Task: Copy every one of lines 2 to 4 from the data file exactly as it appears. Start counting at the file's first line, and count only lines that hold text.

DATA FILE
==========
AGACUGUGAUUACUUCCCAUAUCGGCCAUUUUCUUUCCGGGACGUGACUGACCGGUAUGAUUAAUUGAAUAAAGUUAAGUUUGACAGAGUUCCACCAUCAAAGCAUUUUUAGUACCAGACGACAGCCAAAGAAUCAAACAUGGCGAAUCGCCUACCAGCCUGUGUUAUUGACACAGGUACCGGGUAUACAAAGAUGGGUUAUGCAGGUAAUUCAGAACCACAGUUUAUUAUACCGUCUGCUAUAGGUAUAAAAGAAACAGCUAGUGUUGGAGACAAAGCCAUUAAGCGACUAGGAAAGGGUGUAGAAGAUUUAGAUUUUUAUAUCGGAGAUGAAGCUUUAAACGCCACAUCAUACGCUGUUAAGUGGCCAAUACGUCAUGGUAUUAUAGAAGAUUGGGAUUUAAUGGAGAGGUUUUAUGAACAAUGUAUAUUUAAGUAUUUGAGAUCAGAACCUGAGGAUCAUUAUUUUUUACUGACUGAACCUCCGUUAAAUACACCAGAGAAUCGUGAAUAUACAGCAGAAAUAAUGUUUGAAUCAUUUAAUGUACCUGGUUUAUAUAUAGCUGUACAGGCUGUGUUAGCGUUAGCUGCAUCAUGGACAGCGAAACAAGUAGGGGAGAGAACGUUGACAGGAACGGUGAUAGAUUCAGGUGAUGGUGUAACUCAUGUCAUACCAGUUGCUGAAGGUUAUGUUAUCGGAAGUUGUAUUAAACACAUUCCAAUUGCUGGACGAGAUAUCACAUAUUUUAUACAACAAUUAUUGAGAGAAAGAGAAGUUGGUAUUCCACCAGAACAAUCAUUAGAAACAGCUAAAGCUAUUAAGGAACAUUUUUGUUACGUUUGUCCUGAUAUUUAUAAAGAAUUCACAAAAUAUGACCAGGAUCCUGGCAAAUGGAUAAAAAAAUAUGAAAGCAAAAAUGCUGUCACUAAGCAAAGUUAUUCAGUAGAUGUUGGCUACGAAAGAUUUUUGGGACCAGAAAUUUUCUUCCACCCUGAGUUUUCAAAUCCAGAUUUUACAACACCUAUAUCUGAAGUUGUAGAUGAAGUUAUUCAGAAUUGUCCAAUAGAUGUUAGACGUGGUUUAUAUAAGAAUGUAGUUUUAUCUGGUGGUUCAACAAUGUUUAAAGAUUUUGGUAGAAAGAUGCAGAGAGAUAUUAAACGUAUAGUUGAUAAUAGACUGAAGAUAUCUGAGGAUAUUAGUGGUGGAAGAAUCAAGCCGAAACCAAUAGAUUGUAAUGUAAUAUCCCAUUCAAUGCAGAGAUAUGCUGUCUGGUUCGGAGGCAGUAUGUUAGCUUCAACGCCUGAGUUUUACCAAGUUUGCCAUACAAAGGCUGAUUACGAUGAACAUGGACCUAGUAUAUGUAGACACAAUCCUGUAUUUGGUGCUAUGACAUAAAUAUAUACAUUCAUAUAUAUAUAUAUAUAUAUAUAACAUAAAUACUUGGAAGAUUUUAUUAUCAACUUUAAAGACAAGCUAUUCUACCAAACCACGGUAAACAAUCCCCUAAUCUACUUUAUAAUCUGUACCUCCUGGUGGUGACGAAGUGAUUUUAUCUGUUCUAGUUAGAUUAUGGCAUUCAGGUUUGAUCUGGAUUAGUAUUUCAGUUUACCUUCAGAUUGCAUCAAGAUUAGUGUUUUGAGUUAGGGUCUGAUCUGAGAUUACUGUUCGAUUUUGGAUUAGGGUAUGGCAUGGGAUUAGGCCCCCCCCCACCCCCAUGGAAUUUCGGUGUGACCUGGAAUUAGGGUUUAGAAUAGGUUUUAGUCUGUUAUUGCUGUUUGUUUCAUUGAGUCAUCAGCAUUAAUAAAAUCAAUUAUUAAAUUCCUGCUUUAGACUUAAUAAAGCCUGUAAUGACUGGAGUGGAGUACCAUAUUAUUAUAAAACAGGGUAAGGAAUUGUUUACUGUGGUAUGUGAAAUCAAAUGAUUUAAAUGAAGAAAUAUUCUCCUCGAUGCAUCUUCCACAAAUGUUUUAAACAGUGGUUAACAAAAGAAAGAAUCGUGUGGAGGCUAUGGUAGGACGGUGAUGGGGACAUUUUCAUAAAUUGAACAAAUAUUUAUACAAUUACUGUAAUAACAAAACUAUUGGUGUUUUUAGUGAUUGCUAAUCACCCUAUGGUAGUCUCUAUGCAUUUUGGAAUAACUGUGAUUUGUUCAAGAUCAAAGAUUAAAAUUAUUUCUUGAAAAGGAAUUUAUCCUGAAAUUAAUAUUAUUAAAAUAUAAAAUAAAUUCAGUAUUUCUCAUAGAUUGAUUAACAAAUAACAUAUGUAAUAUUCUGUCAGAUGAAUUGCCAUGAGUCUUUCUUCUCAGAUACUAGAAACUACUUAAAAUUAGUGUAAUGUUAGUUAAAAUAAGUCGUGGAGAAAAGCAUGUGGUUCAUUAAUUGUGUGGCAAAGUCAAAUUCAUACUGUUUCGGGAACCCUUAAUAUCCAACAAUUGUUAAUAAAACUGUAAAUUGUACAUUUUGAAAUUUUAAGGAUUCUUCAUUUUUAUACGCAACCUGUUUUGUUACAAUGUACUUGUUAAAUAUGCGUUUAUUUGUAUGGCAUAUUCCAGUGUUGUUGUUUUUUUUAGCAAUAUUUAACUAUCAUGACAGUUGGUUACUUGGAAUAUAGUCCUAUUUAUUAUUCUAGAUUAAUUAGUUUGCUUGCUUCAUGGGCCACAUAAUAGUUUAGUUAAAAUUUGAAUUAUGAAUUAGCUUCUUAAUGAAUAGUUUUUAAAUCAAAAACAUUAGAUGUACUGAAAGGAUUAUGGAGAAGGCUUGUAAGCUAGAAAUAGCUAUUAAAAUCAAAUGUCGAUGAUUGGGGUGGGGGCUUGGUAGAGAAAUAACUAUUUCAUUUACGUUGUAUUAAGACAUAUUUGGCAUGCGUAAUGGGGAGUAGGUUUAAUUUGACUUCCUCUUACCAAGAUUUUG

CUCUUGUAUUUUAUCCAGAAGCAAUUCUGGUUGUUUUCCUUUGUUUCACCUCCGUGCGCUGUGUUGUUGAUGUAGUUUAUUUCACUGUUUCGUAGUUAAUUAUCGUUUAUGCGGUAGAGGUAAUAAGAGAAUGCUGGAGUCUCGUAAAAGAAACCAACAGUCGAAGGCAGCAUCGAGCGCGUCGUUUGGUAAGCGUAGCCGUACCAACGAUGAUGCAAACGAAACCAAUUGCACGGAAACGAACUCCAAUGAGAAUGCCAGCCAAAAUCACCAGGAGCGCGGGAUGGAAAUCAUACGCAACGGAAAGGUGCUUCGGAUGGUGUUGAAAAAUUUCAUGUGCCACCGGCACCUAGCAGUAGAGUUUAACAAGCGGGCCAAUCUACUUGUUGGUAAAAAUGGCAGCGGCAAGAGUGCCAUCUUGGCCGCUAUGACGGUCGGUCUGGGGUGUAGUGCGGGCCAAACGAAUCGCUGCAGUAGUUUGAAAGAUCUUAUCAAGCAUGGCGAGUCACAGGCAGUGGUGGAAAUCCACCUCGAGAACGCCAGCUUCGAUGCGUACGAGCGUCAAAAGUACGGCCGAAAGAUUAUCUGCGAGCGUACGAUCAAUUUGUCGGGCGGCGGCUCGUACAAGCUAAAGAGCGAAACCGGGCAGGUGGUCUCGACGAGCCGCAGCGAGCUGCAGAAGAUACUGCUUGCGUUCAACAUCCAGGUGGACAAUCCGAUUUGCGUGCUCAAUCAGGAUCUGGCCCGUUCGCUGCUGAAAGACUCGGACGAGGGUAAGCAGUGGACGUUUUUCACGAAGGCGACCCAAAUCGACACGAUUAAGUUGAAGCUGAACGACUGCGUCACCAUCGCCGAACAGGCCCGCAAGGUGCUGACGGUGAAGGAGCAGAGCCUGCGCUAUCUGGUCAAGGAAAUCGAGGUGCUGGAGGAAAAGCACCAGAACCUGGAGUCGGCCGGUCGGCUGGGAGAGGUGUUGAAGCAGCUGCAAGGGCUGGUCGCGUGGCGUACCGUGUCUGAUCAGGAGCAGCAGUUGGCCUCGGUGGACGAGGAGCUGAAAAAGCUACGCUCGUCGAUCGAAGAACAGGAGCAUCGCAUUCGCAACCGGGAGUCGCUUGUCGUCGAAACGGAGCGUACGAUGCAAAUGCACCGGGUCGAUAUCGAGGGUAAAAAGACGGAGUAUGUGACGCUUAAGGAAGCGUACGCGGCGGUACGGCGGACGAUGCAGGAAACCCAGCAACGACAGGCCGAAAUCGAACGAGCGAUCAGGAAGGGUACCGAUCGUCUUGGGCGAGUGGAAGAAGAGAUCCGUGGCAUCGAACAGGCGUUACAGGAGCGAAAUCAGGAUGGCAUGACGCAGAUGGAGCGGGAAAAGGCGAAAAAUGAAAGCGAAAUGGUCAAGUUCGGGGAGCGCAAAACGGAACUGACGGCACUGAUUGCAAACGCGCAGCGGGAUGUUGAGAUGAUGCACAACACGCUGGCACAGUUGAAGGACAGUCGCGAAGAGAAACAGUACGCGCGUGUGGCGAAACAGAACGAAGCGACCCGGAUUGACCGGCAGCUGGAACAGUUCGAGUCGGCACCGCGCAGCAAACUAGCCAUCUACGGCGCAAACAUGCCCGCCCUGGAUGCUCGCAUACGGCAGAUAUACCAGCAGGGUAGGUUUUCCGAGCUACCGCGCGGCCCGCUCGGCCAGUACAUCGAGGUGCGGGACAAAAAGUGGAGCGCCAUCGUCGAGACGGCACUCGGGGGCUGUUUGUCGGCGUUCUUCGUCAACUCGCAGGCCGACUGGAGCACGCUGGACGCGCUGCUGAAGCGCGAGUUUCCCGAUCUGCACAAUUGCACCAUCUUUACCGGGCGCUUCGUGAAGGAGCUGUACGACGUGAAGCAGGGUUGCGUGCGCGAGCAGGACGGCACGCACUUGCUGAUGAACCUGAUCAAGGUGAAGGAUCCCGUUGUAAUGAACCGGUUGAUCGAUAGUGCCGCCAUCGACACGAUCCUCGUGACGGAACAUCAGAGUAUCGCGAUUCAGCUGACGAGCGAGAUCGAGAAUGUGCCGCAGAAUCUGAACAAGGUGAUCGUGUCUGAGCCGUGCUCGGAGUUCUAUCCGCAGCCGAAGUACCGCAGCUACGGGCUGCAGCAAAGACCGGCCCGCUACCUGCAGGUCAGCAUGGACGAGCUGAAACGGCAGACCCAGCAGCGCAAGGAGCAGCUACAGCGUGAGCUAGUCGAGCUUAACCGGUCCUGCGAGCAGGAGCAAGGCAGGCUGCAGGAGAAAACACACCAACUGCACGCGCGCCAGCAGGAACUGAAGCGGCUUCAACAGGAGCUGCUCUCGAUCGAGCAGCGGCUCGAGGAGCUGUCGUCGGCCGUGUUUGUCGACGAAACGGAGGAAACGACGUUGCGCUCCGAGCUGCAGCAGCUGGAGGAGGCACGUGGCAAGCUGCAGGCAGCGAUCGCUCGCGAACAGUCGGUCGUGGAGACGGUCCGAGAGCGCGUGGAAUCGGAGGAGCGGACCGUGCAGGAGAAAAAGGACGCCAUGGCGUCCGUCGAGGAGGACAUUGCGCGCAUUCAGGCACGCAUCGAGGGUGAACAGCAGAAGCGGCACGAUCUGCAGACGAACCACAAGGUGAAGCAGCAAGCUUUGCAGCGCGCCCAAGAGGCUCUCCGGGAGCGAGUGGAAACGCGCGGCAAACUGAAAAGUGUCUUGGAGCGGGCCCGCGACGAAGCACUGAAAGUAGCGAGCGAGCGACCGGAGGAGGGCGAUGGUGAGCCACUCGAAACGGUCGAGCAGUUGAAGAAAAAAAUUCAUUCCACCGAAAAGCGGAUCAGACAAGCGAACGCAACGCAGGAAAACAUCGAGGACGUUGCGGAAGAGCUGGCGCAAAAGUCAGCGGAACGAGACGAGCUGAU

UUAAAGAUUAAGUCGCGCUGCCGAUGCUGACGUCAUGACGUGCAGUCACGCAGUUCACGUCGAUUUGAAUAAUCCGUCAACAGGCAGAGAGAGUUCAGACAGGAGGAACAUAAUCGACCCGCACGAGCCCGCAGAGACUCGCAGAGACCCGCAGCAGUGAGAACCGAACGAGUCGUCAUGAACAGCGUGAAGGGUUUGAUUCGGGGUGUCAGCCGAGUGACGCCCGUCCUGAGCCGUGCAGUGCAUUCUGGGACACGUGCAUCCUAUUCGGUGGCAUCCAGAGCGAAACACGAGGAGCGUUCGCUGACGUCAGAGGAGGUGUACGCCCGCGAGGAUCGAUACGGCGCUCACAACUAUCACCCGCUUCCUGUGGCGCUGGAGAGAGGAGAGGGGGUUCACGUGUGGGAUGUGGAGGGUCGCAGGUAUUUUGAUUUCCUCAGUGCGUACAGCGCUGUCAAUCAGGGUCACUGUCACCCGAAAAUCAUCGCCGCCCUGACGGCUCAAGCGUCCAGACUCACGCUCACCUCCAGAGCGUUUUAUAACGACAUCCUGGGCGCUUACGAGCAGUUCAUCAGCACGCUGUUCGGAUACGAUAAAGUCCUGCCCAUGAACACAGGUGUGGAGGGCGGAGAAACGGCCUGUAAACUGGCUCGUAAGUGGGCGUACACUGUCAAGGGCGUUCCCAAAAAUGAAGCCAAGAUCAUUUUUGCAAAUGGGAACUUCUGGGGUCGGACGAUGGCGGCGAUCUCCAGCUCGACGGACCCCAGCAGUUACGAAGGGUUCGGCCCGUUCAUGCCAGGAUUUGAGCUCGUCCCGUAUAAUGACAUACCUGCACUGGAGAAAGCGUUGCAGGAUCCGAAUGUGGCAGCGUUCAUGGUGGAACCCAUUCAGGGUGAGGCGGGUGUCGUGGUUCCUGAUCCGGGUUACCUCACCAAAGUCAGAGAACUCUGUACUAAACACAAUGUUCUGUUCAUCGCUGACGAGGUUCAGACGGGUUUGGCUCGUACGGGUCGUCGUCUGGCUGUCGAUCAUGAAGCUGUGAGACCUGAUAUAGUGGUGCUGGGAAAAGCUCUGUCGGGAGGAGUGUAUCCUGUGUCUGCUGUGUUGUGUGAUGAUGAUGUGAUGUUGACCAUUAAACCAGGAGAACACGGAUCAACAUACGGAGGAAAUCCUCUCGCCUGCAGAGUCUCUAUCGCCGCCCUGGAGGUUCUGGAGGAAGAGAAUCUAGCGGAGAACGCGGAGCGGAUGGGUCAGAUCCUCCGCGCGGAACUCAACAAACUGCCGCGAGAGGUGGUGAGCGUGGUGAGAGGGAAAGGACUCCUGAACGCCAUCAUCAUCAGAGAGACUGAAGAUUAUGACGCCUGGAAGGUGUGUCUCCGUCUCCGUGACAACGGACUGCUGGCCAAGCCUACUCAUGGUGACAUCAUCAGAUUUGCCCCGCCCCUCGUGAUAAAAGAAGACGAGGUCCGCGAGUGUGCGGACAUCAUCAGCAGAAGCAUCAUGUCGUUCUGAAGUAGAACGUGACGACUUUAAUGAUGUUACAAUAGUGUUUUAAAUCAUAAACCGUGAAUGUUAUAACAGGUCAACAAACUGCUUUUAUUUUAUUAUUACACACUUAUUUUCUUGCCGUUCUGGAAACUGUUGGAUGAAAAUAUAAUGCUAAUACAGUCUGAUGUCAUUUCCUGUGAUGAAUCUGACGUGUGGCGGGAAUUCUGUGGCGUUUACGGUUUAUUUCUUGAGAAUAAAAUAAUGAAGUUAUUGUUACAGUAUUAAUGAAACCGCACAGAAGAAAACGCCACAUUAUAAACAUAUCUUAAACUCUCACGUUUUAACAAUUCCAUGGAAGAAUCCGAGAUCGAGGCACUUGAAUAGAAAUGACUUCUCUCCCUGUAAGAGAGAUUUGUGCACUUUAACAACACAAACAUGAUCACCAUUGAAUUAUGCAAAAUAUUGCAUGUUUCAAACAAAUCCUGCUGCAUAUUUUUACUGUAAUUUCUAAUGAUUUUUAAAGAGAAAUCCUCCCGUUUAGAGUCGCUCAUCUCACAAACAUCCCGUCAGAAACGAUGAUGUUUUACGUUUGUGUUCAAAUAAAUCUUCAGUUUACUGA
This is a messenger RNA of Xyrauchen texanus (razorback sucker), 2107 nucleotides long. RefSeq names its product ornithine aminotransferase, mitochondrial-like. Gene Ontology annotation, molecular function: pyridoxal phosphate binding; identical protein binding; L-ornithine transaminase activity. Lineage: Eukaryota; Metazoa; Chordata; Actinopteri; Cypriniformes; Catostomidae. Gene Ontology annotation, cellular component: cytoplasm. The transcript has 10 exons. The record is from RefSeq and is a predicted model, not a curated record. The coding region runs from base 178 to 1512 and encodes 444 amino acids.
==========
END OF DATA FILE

CUCUUGUAUUUUAUCCAGAAGCAAUUCUGGUUGUUUUCCUUUGUUUCACCUCCGUGCGCUGUGUUGUUGAUGUAGUUUAUUUCACUGUUUCGUAGUUAAUUAUCGUUUAUGCGGUAGAGGUAAUAAGAGAAUGCUGGAGUCUCGUAAAAGAAACCAACAGUCGAAGGCAGCAUCGAGCGCGUCGUUUGGUAAGCGUAGCCGUACCAACGAUGAUGCAAACGAAACCAAUUGCACGGAAACGAACUCCAAUGAGAAUGCCAGCCAAAAUCACCAGGAGCGCGGGAUGGAAAUCAUACGCAACGGAAAGGUGCUUCGGAUGGUGUUGAAAAAUUUCAUGUGCCACCGGCACCUAGCAGUAGAGUUUAACAAGCGGGCCAAUCUACUUGUUGGUAAAAAUGGCAGCGGCAAGAGUGCCAUCUUGGCCGCUAUGACGGUCGGUCUGGGGUGUAGUGCGGGCCAAACGAAUCGCUGCAGUAGUUUGAAAGAUCUUAUCAAGCAUGGCGAGUCACAGGCAGUGGUGGAAAUCCACCUCGAGAACGCCAGCUUCGAUGCGUACGAGCGUCAAAAGUACGGCCGAAAGAUUAUCUGCGAGCGUACGAUCAAUUUGUCGGGCGGCGGCUCGUACAAGCUAAAGAGCGAAACCGGGCAGGUGGUCUCGACGAGCCGCAGCGAGCUGCAGAAGAUACUGCUUGCGUUCAACAUCCAGGUGGACAAUCCGAUUUGCGUGCUCAAUCAGGAUCUGGCCCGUUCGCUGCUGAAAGACUCGGACGAGGGUAAGCAGUGGACGUUUUUCACGAAGGCGACCCAAAUCGACACGAUUAAGUUGAAGCUGAACGACUGCGUCACCAUCGCCGAACAGGCCCGCAAGGUGCUGACGGUGAAGGAGCAGAGCCUGCGCUAUCUGGUCAAGGAAAUCGAGGUGCUGGAGGAAAAGCACCAGAACCUGGAGUCGGCCGGUCGGCUGGGAGAGGUGUUGAAGCAGCUGCAAGGGCUGGUCGCGUGGCGUACCGUGUCUGAUCAGGAGCAGCAGUUGGCCUCGGUGGACGAGGAGCUGAAAAAGCUACGCUCGUCGAUCGAAGAACAGGAGCAUCGCAUUCGCAACCGGGAGUCGCUUGUCGUCGAAACGGAGCGUACGAUGCAAAUGCACCGGGUCGAUAUCGAGGGUAAAAAGACGGAGUAUGUGACGCUUAAGGAAGCGUACGCGGCGGUACGGCGGACGAUGCAGGAAACCCAGCAACGACAGGCCGAAAUCGAACGAGCGAUCAGGAAGGGUACCGAUCGUCUUGGGCGAGUGGAAGAAGAGAUCCGUGGCAUCGAACAGGCGUUACAGGAGCGAAAUCAGGAUGGCAUGACGCAGAUGGAGCGGGAAAAGGCGAAAAAUGAAAGCGAAAUGGUCAAGUUCGGGGAGCGCAAAACGGAACUGACGGCACUGAUUGCAAACGCGCAGCGGGAUGUUGAGAUGAUGCACAACACGCUGGCACAGUUGAAGGACAGUCGCGAAGAGAAACAGUACGCGCGUGUGGCGAAACAGAACGAAGCGACCCGGAUUGACCGGCAGCUGGAACAGUUCGAGUCGGCACCGCGCAGCAAACUAGCCAUCUACGGCGCAAACAUGCCCGCCCUGGAUGCUCGCAUACGGCAGAUAUACCAGCAGGGUAGGUUUUCCGAGCUACCGCGCGGCCCGCUCGGCCAGUACAUCGAGGUGCGGGACAAAAAGUGGAGCGCCAUCGUCGAGACGGCACUCGGGGGCUGUUUGUCGGCGUUCUUCGUCAACUCGCAGGCCGACUGGAGCACGCUGGACGCGCUGCUGAAGCGCGAGUUUCCCGAUCUGCACAAUUGCACCAUCUUUACCGGGCGCUUCGUGAAGGAGCUGUACGACGUGAAGCAGGGUUGCGUGCGCGAGCAGGACGGCACGCACUUGCUGAUGAACCUGAUCAAGGUGAAGGAUCCCGUUGUAAUGAACCGGUUGAUCGAUAGUGCCGCCAUCGACACGAUCCUCGUGACGGAACAUCAGAGUAUCGCGAUUCAGCUGACGAGCGAGAUCGAGAAUGUGCCGCAGAAUCUGAACAAGGUGAUCGUGUCUGAGCCGUGCUCGGAGUUCUAUCCGCAGCCGAAGUACCGCAGCUACGGGCUGCAGCAAAGACCGGCCCGCUACCUGCAGGUCAGCAUGGACGAGCUGAAACGGCAGACCCAGCAGCGCAAGGAGCAGCUACAGCGUGAGCUAGUCGAGCUUAACCGGUCCUGCGAGCAGGAGCAAGGCAGGCUGCAGGAGAAAACACACCAACUGCACGCGCGCCAGCAGGAACUGAAGCGGCUUCAACAGGAGCUGCUCUCGAUCGAGCAGCGGCUCGAGGAGCUGUCGUCGGCCGUGUUUGUCGACGAAACGGAGGAAACGACGUUGCGCUCCGAGCUGCAGCAGCUGGAGGAGGCACGUGGCAAGCUGCAGGCAGCGAUCGCUCGCGAACAGUCGGUCGUGGAGACGGUCCGAGAGCGCGUGGAAUCGGAGGAGCGGACCGUGCAGGAGAAAAAGGACGCCAUGGCGUCCGUCGAGGAGGACAUUGCGCGCAUUCAGGCACGCAUCGAGGGUGAACAGCAGAAGCGGCACGAUCUGCAGACGAACCACAAGGUGAAGCAGCAAGCUUUGCAGCGCGCCCAAGAGGCUCUCCGGGAGCGAGUGGAAACGCGCGGCAAACUGAAAAGUGUCUUGGAGCGGGCCCGCGACGAAGCACUGAAAGUAGCGAGCGAGCGACCGGAGGAGGGCGAUGGUGAGCCACUCGAAACGGUCGAGCAGUUGAAGAAAAAAAUUCAUUCCACCGAAAAGCGGAUCAGACAAGCGAACGCAACGCAGGAAAACAUCGAGGACGUUGCGGAAGAGCUGGCGCAAAAGUCAGCGGAACGAGACGAGCUGAU

UUAAAGAUUAAGUCGCGCUGCCGAUGCUGACGUCAUGACGUGCAGUCACGCAGUUCACGUCGAUUUGAAUAAUCCGUCAACAGGCAGAGAGAGUUCAGACAGGAGGAACAUAAUCGACCCGCACGAGCCCGCAGAGACUCGCAGAGACCCGCAGCAGUGAGAACCGAACGAGUCGUCAUGAACAGCGUGAAGGGUUUGAUUCGGGGUGUCAGCCGAGUGACGCCCGUCCUGAGCCGUGCAGUGCAUUCUGGGACACGUGCAUCCUAUUCGGUGGCAUCCAGAGCGAAACACGAGGAGCGUUCGCUGACGUCAGAGGAGGUGUACGCCCGCGAGGAUCGAUACGGCGCUCACAACUAUCACCCGCUUCCUGUGGCGCUGGAGAGAGGAGAGGGGGUUCACGUGUGGGAUGUGGAGGGUCGCAGGUAUUUUGAUUUCCUCAGUGCGUACAGCGCUGUCAAUCAGGGUCACUGUCACCCGAAAAUCAUCGCCGCCCUGACGGCUCAAGCGUCCAGACUCACGCUCACCUCCAGAGCGUUUUAUAACGACAUCCUGGGCGCUUACGAGCAGUUCAUCAGCACGCUGUUCGGAUACGAUAAAGUCCUGCCCAUGAACACAGGUGUGGAGGGCGGAGAAACGGCCUGUAAACUGGCUCGUAAGUGGGCGUACACUGUCAAGGGCGUUCCCAAAAAUGAAGCCAAGAUCAUUUUUGCAAAUGGGAACUUCUGGGGUCGGACGAUGGCGGCGAUCUCCAGCUCGACGGACCCCAGCAGUUACGAAGGGUUCGGCCCGUUCAUGCCAGGAUUUGAGCUCGUCCCGUAUAAUGACAUACCUGCACUGGAGAAAGCGUUGCAGGAUCCGAAUGUGGCAGCGUUCAUGGUGGAACCCAUUCAGGGUGAGGCGGGUGUCGUGGUUCCUGAUCCGGGUUACCUCACCAAAGUCAGAGAACUCUGUACUAAACACAAUGUUCUGUUCAUCGCUGACGAGGUUCAGACGGGUUUGGCUCGUACGGGUCGUCGUCUGGCUGUCGAUCAUGAAGCUGUGAGACCUGAUAUAGUGGUGCUGGGAAAAGCUCUGUCGGGAGGAGUGUAUCCUGUGUCUGCUGUGUUGUGUGAUGAUGAUGUGAUGUUGACCAUUAAACCAGGAGAACACGGAUCAACAUACGGAGGAAAUCCUCUCGCCUGCAGAGUCUCUAUCGCCGCCCUGGAGGUUCUGGAGGAAGAGAAUCUAGCGGAGAACGCGGAGCGGAUGGGUCAGAUCCUCCGCGCGGAACUCAACAAACUGCCGCGAGAGGUGGUGAGCGUGGUGAGAGGGAAAGGACUCCUGAACGCCAUCAUCAUCAGAGAGACUGAAGAUUAUGACGCCUGGAAGGUGUGUCUCCGUCUCCGUGACAACGGACUGCUGGCCAAGCCUACUCAUGGUGACAUCAUCAGAUUUGCCCCGCCCCUCGUGAUAAAAGAAGACGAGGUCCGCGAGUGUGCGGACAUCAUCAGCAGAAGCAUCAUGUCGUUCUGAAGUAGAACGUGACGACUUUAAUGAUGUUACAAUAGUGUUUUAAAUCAUAAACCGUGAAUGUUAUAACAGGUCAACAAACUGCUUUUAUUUUAUUAUUACACACUUAUUUUCUUGCCGUUCUGGAAACUGUUGGAUGAAAAUAUAAUGCUAAUACAGUCUGAUGUCAUUUCCUGUGAUGAAUCUGACGUGUGGCGGGAAUUCUGUGGCGUUUACGGUUUAUUUCUUGAGAAUAAAAUAAUGAAGUUAUUGUUACAGUAUUAAUGAAACCGCACAGAAGAAAACGCCACAUUAUAAACAUAUCUUAAACUCUCACGUUUUAACAAUUCCAUGGAAGAAUCCGAGAUCGAGGCACUUGAAUAGAAAUGACUUCUCUCCCUGUAAGAGAGAUUUGUGCACUUUAACAACACAAACAUGAUCACCAUUGAAUUAUGCAAAAUAUUGCAUGUUUCAAACAAAUCCUGCUGCAUAUUUUUACUGUAAUUUCUAAUGAUUUUUAAAGAGAAAUCCUCCCGUUUAGAGUCGCUCAUCUCACAAACAUCCCGUCAGAAACGAUGAUGUUUUACGUUUGUGUUCAAAUAAAUCUUCAGUUUACUGA
This is a messenger RNA of Xyrauchen texanus (razorback sucker), 2107 nucleotides long. RefSeq names its product ornithine aminotransferase, mitochondrial-like. Gene Ontology annotation, molecular function: pyridoxal phosphate binding; identical protein binding; L-ornithine transaminase activity. Lineage: Eukaryota; Metazoa; Chordata; Actinopteri; Cypriniformes; Catostomidae. Gene Ontology annotation, cellular component: cytoplasm. The transcript has 10 exons. The record is from RefSeq and is a predicted model, not a curated record. The coding region runs from base 178 to 1512 and encodes 444 amino acids.